What The Expanse Taught Me About the Psychology of Power
Halfway through November, I’ve come to an important realization. I’m not looking forward to the holidays.
Don’t get me wrong. I love roast bird and pie as much as the next person. My lack of holiday spirit has nothing to do with my disdain for tradition or my dread of family gatherings. This year, I’ve been a little distracted by a media event that has crowded out the visions of sugar plums and chestnuts roasting on open fires. On December 13, Season 4 of The Expanse will drop and the anticipation has reduced my favorite holiday traditions to mere afterthoughts.
Before I delve into my love of all things Expanse, I should warn you that this article contains some spoilers. Those of you who have somehow missed The Expanse may want to check out the show over on Amazon before reading this article. And now, back to the show.
To feed my Expanse addiction, I’ve started re-watching the first three seasons. The other night, I settled onto the couch to watch the second episode of Season One.
I watched in sympathetic horror as Holden, Naomi, Amos, and Alex coped with the destruction of their ship and crew mates.
I gripped my armrest as they battled to stop an airlock breach before their oxygen ran out.
I wanted to scream helpful suggestions at them as they raced to fix their busted comms system so they could radio for help.
By the time the Donnager responded to their distress call, I collapsed onto the sofa, awash in relief.
As my heart rate returned to normal. I was struck by my reaction. I’d already seen the episode and I knew the crew made it out alive. So why was I responding as though I was viewing the evolving crisis for the first time?
I could point to the way the writers masterfully contrast high-stakes action scenes with slower ones where characters interact, get to know each other, and build relationships, but there is a lot of writing out there that is technically polished and still fails to connect with readers.
What makes The Expanse special is its understanding of human psychology and its ability to dramatize how personality and social hierarchy influence decision-making. In dramatizing the crises and conflicts of the Roci crew, The Expanse provides some profound insights about leadership and people’s relationship to power.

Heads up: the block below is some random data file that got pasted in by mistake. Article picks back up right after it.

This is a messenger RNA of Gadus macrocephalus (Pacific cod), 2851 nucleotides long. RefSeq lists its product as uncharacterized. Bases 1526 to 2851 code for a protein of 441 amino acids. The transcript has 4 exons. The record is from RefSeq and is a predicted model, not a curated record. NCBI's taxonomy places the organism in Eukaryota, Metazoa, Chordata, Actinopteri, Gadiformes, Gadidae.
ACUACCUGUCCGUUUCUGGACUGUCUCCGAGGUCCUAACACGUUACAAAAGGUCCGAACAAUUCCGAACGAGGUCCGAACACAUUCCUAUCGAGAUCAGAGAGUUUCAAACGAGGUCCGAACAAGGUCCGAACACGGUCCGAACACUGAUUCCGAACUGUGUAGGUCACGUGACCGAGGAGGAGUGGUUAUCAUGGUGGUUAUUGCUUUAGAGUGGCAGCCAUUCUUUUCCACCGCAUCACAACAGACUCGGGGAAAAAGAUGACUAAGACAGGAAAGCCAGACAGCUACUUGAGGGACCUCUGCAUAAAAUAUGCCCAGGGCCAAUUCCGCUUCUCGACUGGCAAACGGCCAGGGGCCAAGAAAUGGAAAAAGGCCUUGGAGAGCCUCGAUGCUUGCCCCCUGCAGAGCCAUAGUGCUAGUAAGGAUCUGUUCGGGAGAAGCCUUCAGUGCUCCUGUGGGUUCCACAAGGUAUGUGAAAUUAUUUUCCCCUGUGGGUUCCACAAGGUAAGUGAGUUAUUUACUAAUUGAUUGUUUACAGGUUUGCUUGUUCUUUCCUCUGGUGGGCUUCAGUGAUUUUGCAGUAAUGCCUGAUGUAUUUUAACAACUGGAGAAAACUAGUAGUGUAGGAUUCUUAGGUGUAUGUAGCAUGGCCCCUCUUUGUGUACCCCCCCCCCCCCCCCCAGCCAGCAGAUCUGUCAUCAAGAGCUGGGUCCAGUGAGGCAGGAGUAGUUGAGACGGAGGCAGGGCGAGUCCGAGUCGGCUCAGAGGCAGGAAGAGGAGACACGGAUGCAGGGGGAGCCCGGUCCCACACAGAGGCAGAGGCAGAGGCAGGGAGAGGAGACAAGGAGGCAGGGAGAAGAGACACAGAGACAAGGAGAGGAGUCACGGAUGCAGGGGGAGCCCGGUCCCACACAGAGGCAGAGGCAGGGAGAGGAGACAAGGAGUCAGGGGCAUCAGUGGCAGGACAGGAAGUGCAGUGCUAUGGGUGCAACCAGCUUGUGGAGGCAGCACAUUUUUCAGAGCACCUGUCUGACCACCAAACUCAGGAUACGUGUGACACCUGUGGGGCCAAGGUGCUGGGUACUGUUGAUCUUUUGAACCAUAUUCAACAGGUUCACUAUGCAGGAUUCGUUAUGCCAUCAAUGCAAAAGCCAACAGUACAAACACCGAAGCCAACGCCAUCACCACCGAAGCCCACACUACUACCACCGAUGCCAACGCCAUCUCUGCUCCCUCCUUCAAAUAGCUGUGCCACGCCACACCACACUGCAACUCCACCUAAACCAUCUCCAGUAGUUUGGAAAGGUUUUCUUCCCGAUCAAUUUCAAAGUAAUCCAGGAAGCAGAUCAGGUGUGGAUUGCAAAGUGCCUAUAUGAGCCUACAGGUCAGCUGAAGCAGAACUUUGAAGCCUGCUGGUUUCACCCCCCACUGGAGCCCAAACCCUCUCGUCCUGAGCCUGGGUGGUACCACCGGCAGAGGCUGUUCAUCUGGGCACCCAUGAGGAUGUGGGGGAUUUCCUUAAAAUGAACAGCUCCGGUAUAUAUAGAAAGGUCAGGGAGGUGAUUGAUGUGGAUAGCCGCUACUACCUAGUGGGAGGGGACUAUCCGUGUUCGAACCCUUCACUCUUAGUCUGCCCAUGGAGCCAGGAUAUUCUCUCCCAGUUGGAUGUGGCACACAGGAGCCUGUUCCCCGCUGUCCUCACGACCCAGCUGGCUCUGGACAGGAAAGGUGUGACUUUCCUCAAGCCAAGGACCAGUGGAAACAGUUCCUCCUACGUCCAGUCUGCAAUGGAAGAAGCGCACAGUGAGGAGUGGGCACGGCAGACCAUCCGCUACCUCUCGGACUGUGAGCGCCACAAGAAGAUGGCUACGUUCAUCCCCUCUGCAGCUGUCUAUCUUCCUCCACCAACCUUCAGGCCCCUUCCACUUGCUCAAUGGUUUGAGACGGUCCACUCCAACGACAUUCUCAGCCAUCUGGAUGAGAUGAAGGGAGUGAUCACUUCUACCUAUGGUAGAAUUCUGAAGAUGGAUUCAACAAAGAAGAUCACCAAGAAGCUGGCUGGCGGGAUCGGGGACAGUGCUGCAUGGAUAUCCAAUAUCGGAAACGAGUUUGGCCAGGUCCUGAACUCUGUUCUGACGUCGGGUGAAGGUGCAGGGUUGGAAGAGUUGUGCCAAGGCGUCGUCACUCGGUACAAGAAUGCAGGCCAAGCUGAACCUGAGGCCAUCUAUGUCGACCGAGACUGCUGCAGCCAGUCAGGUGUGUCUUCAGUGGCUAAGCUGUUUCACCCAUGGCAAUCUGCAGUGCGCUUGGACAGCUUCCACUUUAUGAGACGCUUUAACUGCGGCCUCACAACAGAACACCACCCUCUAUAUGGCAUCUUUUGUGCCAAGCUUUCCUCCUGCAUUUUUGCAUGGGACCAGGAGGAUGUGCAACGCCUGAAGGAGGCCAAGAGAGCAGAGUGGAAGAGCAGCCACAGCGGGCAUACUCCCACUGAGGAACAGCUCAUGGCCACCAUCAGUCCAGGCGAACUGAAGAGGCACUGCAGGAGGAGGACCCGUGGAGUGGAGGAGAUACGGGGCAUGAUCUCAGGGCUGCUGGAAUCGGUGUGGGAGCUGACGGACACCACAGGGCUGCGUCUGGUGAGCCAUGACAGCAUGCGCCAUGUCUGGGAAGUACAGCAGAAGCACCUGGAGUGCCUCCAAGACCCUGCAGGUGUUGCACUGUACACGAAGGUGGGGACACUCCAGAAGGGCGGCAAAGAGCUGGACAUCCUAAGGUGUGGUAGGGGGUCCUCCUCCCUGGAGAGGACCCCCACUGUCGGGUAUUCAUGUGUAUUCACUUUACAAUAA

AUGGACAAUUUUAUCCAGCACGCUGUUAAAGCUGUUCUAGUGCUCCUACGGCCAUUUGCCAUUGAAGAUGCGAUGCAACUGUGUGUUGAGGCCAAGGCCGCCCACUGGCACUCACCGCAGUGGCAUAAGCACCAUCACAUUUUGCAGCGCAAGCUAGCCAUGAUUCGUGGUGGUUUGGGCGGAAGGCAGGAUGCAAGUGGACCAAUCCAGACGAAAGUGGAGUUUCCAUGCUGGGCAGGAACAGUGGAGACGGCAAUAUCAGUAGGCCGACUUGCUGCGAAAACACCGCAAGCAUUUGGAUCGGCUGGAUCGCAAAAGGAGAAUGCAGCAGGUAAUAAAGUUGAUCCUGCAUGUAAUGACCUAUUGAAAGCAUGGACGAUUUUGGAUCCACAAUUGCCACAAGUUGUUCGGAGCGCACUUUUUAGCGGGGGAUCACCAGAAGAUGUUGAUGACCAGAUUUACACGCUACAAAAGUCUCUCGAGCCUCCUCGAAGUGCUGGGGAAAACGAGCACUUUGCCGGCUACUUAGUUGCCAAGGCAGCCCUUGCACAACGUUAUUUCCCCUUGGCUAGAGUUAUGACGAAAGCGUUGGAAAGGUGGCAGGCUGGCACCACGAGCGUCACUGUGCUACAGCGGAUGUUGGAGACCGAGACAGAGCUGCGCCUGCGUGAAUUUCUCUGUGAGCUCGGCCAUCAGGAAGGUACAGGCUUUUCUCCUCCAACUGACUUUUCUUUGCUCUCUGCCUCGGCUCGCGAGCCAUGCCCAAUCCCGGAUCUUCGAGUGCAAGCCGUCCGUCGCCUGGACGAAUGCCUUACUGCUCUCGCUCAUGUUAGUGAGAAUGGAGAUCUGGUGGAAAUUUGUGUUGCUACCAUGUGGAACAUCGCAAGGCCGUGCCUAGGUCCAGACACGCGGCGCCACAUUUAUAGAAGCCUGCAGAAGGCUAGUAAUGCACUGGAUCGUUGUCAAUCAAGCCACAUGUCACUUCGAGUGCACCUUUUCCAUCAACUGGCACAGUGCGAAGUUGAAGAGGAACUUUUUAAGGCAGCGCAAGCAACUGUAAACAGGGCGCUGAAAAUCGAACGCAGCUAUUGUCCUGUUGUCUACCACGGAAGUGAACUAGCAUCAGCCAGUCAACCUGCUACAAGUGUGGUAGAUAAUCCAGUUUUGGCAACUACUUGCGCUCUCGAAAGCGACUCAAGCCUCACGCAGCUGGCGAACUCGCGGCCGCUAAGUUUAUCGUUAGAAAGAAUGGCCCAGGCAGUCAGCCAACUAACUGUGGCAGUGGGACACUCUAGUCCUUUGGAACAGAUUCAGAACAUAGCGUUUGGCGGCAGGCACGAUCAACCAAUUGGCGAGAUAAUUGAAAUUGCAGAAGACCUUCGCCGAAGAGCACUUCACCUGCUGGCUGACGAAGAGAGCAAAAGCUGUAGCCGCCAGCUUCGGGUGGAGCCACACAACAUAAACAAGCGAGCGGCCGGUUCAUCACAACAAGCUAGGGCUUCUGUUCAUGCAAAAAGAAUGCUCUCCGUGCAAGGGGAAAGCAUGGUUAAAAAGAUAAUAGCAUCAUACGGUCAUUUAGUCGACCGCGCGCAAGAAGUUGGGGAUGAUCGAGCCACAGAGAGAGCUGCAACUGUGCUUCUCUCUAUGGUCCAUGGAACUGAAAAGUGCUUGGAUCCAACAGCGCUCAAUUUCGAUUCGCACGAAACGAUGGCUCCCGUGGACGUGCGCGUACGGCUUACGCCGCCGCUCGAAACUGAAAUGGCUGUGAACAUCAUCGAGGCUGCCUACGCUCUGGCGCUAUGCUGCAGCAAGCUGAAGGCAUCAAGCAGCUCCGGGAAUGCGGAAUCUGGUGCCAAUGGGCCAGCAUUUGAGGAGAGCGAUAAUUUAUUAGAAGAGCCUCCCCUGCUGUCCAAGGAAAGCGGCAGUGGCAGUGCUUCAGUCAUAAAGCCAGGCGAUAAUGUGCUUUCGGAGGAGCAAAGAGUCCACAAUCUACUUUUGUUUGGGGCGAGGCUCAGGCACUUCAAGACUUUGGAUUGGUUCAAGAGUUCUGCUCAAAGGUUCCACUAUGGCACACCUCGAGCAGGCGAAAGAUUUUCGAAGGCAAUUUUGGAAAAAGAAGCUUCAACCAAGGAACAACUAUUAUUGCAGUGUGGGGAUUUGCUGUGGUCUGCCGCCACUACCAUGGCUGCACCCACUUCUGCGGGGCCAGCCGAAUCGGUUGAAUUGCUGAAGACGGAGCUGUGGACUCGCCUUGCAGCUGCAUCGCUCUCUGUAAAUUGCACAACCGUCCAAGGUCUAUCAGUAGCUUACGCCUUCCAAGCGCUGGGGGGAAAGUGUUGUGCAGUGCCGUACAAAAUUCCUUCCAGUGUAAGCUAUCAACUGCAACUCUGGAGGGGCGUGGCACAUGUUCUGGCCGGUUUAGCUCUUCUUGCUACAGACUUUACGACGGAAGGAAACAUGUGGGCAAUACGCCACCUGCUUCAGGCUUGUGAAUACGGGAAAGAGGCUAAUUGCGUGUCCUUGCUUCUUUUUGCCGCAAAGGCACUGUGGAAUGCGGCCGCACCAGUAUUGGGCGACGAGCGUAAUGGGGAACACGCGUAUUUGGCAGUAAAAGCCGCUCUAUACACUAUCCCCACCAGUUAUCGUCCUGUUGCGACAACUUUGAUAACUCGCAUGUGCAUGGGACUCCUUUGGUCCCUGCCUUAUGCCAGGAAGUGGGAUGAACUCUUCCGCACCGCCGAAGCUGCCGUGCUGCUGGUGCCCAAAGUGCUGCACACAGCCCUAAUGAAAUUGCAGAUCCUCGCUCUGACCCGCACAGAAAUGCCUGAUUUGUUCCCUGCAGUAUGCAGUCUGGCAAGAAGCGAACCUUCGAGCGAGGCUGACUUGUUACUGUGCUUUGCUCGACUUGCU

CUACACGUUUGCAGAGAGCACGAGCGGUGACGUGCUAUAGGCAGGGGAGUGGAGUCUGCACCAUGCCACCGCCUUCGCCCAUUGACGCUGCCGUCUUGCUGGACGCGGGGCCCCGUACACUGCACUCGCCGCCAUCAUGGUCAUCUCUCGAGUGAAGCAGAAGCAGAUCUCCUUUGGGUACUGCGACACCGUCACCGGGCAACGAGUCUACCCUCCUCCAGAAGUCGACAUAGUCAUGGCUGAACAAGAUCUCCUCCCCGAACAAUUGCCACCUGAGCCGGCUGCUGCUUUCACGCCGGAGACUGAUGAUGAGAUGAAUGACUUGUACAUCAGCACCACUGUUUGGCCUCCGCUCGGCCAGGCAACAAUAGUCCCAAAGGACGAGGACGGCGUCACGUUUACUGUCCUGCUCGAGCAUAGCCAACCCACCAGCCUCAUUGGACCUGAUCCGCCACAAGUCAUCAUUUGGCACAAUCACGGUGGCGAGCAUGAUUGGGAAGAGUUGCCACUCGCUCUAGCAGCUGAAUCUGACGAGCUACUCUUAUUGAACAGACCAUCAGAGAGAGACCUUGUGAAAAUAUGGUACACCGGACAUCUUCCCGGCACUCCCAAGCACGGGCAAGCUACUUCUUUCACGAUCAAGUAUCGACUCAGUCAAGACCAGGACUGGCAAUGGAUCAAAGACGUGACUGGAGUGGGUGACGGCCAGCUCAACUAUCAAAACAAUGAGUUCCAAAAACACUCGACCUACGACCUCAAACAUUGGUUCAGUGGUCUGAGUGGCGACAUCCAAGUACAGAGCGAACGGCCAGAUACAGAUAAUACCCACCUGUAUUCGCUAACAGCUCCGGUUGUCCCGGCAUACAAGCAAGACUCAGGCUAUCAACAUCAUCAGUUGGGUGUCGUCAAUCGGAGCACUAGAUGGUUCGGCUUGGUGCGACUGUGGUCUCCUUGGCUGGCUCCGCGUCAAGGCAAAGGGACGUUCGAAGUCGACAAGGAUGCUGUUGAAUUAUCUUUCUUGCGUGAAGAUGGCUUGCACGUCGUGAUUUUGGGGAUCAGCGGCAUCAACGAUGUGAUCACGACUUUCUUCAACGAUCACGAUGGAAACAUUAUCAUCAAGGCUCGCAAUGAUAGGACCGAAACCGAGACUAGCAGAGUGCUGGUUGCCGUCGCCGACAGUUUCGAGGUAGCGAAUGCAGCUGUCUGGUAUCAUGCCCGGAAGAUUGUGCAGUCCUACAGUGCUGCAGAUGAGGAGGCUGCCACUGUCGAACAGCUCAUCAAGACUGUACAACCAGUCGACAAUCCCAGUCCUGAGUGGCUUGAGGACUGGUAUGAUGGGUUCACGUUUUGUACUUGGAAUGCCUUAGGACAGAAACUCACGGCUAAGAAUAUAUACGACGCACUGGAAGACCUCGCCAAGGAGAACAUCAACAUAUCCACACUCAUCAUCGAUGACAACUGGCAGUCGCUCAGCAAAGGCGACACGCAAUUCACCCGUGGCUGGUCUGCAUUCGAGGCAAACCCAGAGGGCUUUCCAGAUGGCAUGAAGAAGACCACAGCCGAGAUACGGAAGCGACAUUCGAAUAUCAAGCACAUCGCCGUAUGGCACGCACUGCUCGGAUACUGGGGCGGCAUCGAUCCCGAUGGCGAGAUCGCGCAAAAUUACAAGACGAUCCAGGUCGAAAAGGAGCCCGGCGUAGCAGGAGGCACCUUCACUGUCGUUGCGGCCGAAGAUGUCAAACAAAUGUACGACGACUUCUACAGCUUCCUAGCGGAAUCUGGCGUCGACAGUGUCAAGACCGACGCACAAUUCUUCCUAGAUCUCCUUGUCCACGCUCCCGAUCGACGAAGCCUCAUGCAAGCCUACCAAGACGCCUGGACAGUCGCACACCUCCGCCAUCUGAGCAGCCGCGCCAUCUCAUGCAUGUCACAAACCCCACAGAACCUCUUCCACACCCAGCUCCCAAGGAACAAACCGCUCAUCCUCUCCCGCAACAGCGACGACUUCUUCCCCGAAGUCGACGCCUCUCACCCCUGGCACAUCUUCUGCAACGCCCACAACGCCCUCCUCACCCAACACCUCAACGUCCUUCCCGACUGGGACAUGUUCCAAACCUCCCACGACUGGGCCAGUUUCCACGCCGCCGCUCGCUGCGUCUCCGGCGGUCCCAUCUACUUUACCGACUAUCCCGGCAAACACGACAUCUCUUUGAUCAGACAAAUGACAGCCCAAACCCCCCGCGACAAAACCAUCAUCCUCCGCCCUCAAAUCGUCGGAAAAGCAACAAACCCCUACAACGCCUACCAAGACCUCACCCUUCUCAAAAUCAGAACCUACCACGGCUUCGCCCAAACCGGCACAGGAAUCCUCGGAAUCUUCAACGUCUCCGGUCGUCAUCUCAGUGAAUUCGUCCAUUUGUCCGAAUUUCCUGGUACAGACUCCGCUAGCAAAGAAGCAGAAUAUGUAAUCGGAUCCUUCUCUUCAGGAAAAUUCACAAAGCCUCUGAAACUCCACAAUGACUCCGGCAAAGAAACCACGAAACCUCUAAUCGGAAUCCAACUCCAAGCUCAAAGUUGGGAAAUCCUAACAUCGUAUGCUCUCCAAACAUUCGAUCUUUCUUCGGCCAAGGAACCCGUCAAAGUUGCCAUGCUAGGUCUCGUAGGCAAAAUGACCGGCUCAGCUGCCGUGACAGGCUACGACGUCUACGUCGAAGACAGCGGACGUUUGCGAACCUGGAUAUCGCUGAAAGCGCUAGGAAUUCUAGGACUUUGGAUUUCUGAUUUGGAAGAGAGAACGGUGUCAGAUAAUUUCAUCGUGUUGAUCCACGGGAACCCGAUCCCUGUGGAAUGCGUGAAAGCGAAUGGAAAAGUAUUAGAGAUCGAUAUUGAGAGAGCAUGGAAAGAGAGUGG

It’s not what you know. It’s not even who you know. It’s both.
Throughout Episode 2, Naomi’s intelligence, assertiveness, and formidable engineering skills position her as a rival to Holden’s authority. While Holden has seniority, Naomi has something even more potent. Backup. Each time Holden issues an order, Amos looks to Naomi for direction, making it clear that he answers to her, not Holden, and Naomi doesn’t hesitate to leverage Amos’s loyalty if it means keeping the Roci viable.
Naomi’s ability to build alliances comes to her aid throughout the episode. When the crew needs to amplify the Roci’s radio signal to send out a distress call, it’s Naomi’s ability to connect with crew members that convinces them to implement her ideas. In this pivotal scene, it’s not Naomi’s stellar engineering skills that convince the others to try her ideas. It’s her emotional intelligence.
There is no I in team. Maybe that’s a good thing.
Anybody who’s worked in a corporate environment has probably participated in at least one groan-inducing brainstorming session. Designed to solicit input from the group and allow the best ideas rise to the top, brainstorming sessions all too often devolve into platforms for company stars to hog the spotlight, while less assertive members fade into the background.